Alice Tappenden, Ann Shelton, Jessica Hubbard
The Anthropocene and the Poster Child
An obsession with trees and forests (from the Greek [dendro-] meaning tree).
A proposed term for the present geological epoch (from the time of the Industrial Revolution onwards), during which humanity has begun to have a significant impact on the environment.
Worshipped and then exploited, planted and then felled. In the age of the anthropocene, it’s no wonder that trees have fared incredibly poorly. As our ever-advancing human race purports to see trees in a positive light, we simultaneously kill them in their millions in the service of mass consumption. For centuries, trees have remained central to western and non-western belief systems alike; they have been subjects of artistic representation; symbols of environmental virtue and central to the utilitarian needs of our daily lives. Their broad meanings, both sinister and virtuous, have been passed down over hundreds of years, during which they have been silent witnesses to history and unwittingly co-opted in the darkest of human spectacles. They have been implicated in hangings, torture, and genocide while also occupying a privileged position as the poster child of the green movement, symbolising earthliness, notions of the ‘natural’ and the idealisation of our relationship with the land. As the climate changes, ice poles melt, and species go extinct as never before, trees continue to host their own specific ecosystems. Did you know that thirty species of flora live in Tāne Mahuta alone?
The books that we read are made from trees, and here in Aotearoa New Zealand, they formed the raw material of our governing document Te Tiriti o Waitangi (The Treaty of Waitangi). Significantly – and in contrast to many other colonies in the world – this legal document lays out the agreed relationship between Māori and Pākehā and is now allowing legal redress to Māori for historic crimes and illegal land confiscations. Of particular relevance are the results of the WAI 262 Claim, more commonly known as the flora and fauna claim. First lodged in 1991, this pan-iwi claim addressed the ownership and use of rights in respect of mātauranga Māori or Māori knowledge and indigenous species. The Waitangi Tribunal’s whole-of-government report, ‘Ko Aotearoa Tēnei’ was released twenty years later, and found that Aotearoa’s laws and government policies ‘in many respects, […] fall short of partnership, instead marginalising Māori and allowing others to control key aspects of Māori culture […] Iwi and hapū are therefore unable to fulfil their obligations as kaitiaki (cultural guardians) towards their taonga.’1 Its 700+ pages cover concerns including decisions about flora, fauna and the wider environment; resource management; Mātauranga Māori in Science; rongoā Māori (Māori medicine); the commercialisation of taonga species and bioprospecting.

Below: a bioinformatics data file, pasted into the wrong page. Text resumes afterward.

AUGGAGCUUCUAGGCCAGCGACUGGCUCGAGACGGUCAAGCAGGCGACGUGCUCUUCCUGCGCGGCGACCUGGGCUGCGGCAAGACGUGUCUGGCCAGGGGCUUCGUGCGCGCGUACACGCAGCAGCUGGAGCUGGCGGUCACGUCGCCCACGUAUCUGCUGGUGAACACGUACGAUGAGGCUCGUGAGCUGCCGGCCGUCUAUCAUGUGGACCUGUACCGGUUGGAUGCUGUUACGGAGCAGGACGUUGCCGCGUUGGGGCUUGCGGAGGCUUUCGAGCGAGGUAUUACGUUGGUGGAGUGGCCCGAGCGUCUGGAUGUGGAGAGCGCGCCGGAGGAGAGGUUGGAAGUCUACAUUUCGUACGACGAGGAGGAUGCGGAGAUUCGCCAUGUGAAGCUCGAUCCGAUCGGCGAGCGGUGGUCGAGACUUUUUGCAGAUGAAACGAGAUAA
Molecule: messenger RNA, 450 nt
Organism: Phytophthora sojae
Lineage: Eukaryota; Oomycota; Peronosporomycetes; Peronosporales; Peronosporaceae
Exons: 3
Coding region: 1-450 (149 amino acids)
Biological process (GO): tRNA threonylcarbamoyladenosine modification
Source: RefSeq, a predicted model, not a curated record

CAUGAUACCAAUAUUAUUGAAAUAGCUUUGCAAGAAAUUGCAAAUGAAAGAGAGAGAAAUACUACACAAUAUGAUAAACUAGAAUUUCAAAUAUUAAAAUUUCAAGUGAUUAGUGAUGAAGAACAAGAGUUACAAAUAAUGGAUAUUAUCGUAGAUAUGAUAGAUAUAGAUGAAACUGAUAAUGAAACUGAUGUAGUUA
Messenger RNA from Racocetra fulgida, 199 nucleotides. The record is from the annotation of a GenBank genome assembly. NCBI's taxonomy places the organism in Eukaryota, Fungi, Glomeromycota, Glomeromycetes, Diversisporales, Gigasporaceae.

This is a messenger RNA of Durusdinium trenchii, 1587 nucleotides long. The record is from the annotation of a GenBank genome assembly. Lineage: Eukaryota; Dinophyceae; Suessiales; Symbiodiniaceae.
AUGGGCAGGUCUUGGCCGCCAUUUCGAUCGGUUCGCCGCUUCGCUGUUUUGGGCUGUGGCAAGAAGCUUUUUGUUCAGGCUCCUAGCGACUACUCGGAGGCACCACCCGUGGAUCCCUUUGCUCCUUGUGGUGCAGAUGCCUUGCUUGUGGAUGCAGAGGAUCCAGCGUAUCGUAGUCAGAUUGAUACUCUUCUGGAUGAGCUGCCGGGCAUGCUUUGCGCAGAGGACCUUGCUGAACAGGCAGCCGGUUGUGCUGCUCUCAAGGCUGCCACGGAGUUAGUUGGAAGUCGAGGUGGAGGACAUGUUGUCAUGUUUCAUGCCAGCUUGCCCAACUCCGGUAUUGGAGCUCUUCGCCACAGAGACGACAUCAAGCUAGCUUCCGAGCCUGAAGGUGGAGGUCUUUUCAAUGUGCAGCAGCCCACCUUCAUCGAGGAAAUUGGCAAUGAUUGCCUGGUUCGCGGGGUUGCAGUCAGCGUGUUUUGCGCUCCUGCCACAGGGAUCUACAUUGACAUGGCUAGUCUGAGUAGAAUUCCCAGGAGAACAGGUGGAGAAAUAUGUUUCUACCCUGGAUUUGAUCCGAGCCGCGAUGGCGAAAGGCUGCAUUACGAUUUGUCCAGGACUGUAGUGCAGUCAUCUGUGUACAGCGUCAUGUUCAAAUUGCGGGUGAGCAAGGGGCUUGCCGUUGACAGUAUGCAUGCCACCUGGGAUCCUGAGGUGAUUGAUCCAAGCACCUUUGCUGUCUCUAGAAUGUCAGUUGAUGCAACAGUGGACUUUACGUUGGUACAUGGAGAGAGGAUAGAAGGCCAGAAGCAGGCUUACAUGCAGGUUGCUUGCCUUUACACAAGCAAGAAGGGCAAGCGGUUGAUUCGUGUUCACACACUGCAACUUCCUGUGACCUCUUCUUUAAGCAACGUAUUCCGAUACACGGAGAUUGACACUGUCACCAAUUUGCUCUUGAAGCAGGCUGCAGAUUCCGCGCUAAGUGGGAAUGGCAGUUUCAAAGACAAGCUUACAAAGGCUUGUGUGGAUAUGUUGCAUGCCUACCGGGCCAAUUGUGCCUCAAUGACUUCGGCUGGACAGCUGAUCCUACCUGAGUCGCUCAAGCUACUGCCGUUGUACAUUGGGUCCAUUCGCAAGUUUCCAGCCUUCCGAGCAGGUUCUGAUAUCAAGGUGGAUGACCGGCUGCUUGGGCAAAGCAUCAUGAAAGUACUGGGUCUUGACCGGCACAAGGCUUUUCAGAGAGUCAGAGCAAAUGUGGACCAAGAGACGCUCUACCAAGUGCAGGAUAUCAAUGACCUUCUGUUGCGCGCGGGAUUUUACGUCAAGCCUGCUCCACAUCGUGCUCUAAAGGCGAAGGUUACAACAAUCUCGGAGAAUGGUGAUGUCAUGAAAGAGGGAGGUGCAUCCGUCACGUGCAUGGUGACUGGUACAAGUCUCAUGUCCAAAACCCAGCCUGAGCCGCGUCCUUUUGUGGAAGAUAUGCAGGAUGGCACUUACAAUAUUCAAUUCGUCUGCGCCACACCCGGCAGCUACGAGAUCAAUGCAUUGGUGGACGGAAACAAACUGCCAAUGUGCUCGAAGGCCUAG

It is with all of these concerns (and more) in mind that we chose trees as the subject of Enjoy’s third Occasional Journal. Our mandate was simple: a wide brief would be sent out as an open call for contributions. We knew there would be other dendromaniacs out there, but even still, the responses we received were varied and wider in scope than we had anticipated. Presenting work that is personal and theoretical, historic and contemporary, visual and written, our contributors have risen to the challenge of considering trees in original, critical, and challenging ways. We hope that the diversity of the following responses will allow for contrasts, comparisons, discussion and further questioning from readers around the world.
The tree which moves some to tears of joy is in the eyes of others only a green thing that stands in the way. Some see Nature all Ridicule and Deformity… and some scarce see Nature at all. But to the eyes of the Man of Imagination Nature is Imagination itself.2
New Zealand Ministry of Justice, “Wai 262: Ko Aotearoa Tēnei: Report on the Wai 262 Claim Released.” http://www.justice.govt.nz/tribunals/waitangi-tribunal/news/wai-262-ko-aotearoa-tenei-report-on-the-wai-262-claim-released, (accessed 14 February 2015).
William Blake, “Letter to the Revd. Dr Trusler”, in The Portable William Blake, ed. Alfred Kazin (London: Penguin, 1977): unpaginated.